When I arrived at Huawei's headquarters in Shenzhen, South China's Guangdong Province, on Monday, I heard that the Chinese company is ready to sell 5G chipsets to US technology giant Apple despite the US-led global crackdown on Huawei. I was not surprised at all.
Zhu Beibei, a Hubei resident, flies a plant protection unmanned aerial vehicle (UAV) in Alar, northwest China's Xinjiang Uygur Autonomous Region on Friday. After trying several "traditional jobs" like pesticide seller and assembly line worker, he chose to become a UAV controller. (Photo: Courtesy of Zhu Beibei)
The US government's reported move to pursue a criminal case against Huawei for stealing tech secrets has been lifting the air of mystery around the private company that has kept a low profile for years. Founded in 1987, the firm has grown into a global technology enterprise and the largest telecoms equipment provider worldwide.
At its massive Shenzhen campus, hundreds and thousands of visitors from all around the world come to take a look at its "secrets" of success every day. While the US accuses the Chinese company of posing security risks to other countries by installing backdoors on its networks and collecting data for the Chinese government, Huawei has not been intimidated by these offensive tactics. On the contrary, it opens its labs and production lines to the public, turning this fierce pressure from the US into an opportunity of being more international.
Serge Haroche, former Nobel Prize laureate who visited Huawei's Shenzhen campus on Monday, told me that he was impressed by its research and development (R&D), as well as the company's spirit of supporting fundamental scientific research.
Inviting well-known scientists to Huawei and forming a long-term partnership with universities and research institutions are part of Huawei's corporate values, and its founder Ren Zhengfei has shown respect for scientists and values fundamental research.
Heavy input into R&D helped it achieve major breakthroughs in domains such as semiconductors, wireless and artificial intelligence technologies, and it has also established one of the largest patent portfolios in the world, with a total of 87,805 patents granted.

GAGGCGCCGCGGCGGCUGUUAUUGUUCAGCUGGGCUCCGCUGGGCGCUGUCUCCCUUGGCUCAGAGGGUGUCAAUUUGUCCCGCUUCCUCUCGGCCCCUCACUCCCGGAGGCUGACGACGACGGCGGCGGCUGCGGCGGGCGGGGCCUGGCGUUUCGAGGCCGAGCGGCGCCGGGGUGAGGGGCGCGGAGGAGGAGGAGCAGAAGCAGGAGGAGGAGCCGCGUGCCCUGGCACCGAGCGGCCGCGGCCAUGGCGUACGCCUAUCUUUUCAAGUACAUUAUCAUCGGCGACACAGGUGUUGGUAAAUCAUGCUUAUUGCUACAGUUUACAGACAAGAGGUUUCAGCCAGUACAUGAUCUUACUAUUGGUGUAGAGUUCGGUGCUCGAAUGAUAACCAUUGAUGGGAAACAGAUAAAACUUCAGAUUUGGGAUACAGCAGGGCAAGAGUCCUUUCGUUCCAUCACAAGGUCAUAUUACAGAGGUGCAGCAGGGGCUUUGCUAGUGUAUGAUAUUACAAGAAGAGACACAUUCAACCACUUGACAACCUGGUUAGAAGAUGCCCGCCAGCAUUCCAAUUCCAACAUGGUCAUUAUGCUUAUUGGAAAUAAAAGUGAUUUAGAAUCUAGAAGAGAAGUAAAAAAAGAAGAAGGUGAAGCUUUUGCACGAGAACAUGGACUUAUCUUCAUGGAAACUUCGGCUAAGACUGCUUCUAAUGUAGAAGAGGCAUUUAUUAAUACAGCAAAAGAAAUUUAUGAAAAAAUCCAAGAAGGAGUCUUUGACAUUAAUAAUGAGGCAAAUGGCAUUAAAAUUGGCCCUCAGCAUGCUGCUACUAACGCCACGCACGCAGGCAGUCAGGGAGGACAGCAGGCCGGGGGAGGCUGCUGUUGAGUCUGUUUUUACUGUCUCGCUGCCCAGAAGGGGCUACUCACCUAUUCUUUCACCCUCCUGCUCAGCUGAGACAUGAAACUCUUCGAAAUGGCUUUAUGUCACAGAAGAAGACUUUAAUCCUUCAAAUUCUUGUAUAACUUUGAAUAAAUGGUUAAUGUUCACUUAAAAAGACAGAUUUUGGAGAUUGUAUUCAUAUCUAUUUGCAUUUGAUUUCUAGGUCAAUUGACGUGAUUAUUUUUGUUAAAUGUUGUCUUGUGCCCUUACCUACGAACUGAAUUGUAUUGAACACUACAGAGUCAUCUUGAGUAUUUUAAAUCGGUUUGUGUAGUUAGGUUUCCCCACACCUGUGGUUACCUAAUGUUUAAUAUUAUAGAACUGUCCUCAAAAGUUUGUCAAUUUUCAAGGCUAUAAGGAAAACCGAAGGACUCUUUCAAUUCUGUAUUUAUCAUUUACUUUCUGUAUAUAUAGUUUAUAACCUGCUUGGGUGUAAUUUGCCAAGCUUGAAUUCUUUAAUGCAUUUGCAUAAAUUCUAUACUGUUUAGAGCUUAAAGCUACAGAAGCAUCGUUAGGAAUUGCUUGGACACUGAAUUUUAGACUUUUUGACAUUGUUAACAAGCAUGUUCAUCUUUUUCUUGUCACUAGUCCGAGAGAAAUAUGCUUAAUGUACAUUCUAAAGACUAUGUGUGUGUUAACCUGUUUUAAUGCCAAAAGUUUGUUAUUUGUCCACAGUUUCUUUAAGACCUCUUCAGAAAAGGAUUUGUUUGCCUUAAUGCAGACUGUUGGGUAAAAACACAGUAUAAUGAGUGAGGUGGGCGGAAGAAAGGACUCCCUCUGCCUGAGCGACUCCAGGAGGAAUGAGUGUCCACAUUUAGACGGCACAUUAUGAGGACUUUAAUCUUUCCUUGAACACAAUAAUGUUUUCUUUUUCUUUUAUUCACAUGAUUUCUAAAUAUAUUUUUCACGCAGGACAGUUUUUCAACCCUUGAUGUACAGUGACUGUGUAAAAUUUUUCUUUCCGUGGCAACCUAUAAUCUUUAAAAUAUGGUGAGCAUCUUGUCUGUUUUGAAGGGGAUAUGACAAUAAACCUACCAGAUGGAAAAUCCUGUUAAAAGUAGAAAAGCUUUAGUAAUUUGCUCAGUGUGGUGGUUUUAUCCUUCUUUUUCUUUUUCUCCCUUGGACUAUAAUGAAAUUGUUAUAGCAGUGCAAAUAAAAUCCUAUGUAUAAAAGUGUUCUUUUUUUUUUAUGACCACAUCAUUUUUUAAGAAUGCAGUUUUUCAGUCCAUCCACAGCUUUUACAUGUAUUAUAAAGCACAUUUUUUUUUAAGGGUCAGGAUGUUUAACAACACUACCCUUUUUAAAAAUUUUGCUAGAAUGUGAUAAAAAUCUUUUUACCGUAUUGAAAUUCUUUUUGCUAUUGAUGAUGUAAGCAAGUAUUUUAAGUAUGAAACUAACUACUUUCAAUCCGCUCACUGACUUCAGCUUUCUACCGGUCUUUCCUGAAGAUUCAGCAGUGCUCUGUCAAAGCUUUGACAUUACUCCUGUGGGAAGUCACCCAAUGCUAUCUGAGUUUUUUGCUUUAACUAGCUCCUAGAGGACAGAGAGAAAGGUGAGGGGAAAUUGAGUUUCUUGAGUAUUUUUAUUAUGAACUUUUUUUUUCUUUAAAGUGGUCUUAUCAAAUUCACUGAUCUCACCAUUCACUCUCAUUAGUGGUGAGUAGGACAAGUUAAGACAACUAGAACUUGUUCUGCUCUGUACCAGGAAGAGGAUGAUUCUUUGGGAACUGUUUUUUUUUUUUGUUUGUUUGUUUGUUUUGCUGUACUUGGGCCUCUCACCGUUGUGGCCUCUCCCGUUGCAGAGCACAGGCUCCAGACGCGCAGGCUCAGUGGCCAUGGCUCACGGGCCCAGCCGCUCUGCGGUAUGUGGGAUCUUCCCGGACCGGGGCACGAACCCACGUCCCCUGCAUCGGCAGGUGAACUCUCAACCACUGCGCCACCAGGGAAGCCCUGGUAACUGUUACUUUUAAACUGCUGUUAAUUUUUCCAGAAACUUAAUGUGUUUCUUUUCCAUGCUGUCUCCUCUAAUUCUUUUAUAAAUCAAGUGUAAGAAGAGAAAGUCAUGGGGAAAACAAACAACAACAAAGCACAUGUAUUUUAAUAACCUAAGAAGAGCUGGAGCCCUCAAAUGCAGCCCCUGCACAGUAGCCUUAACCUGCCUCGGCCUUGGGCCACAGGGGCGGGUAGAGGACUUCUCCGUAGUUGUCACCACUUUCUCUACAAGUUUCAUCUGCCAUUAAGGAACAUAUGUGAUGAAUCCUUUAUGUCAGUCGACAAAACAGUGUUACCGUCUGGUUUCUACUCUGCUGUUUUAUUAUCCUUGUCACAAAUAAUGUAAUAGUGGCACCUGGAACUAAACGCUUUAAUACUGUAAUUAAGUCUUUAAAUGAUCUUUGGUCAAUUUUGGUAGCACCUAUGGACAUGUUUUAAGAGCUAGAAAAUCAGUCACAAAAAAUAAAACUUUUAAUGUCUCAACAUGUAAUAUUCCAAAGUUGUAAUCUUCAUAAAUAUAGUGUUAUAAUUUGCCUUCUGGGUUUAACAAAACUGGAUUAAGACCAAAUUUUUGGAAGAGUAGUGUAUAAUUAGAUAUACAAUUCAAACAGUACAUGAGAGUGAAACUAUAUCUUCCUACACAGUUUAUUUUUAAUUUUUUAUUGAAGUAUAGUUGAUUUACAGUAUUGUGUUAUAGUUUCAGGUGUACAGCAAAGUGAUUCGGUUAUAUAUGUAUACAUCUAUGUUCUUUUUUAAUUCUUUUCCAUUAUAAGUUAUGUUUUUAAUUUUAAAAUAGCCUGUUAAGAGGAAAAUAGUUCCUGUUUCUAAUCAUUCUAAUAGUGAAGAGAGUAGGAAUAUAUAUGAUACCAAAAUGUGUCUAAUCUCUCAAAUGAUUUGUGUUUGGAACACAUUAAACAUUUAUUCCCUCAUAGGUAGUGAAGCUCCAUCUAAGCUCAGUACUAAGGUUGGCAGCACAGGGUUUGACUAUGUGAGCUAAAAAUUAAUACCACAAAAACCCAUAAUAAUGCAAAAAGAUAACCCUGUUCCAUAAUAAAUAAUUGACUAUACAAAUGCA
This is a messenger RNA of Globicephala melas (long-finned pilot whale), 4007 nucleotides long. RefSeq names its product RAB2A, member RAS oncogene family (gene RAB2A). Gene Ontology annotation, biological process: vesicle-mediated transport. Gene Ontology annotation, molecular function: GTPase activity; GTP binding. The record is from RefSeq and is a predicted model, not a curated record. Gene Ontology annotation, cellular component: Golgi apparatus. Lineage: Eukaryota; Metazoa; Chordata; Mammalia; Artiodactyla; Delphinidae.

It all explains why Ren is confident that Huawei is capable of selling 5G chipsets to Apple, as the Chinese technology company is now moving faster than Apple in innovation, and its ambition of overtaking the US technology company would not be intimidated by a US ban.
This is my third time in three months to visit Huawei's campus, and many reporters like me from domestic or foreign media outlets come to take a closer look at it, showing that Huawei has nothing to hide from, and nothing to fear.
Some observers think that Huawei is a hostage amid the China-US trade war, and the US government is unlikely to drop its Huawei prosecution, as tensions will not be eased in the short term. Under the spotlight, the Chinese company is moving ahead at its own pace, as political noise will not stop it from bringing new technologies to the world.
More Western countries such as the UK and Germany have refused to block Huawei from 5G roll-outs by resisting US political pressure.
I see it as a positive outcome of its continuous efforts in collaborating with third-party organizations to demonstrate its openness and transparency.
In addition to its cyber security cooperation in the UK, Canada, Germany and France, it opened a new center in Brussels, heart of the EU policymaking process, in March where it has invited other institutions to test its source code.
Step by step, Huawei, as a major player in the global telecoms industry, has been proving itself to be trustworthy and innovative. In this US-led political crackdown, it's also widely believed that Huawei will win more hearts and minds as a global leader in the 5G era.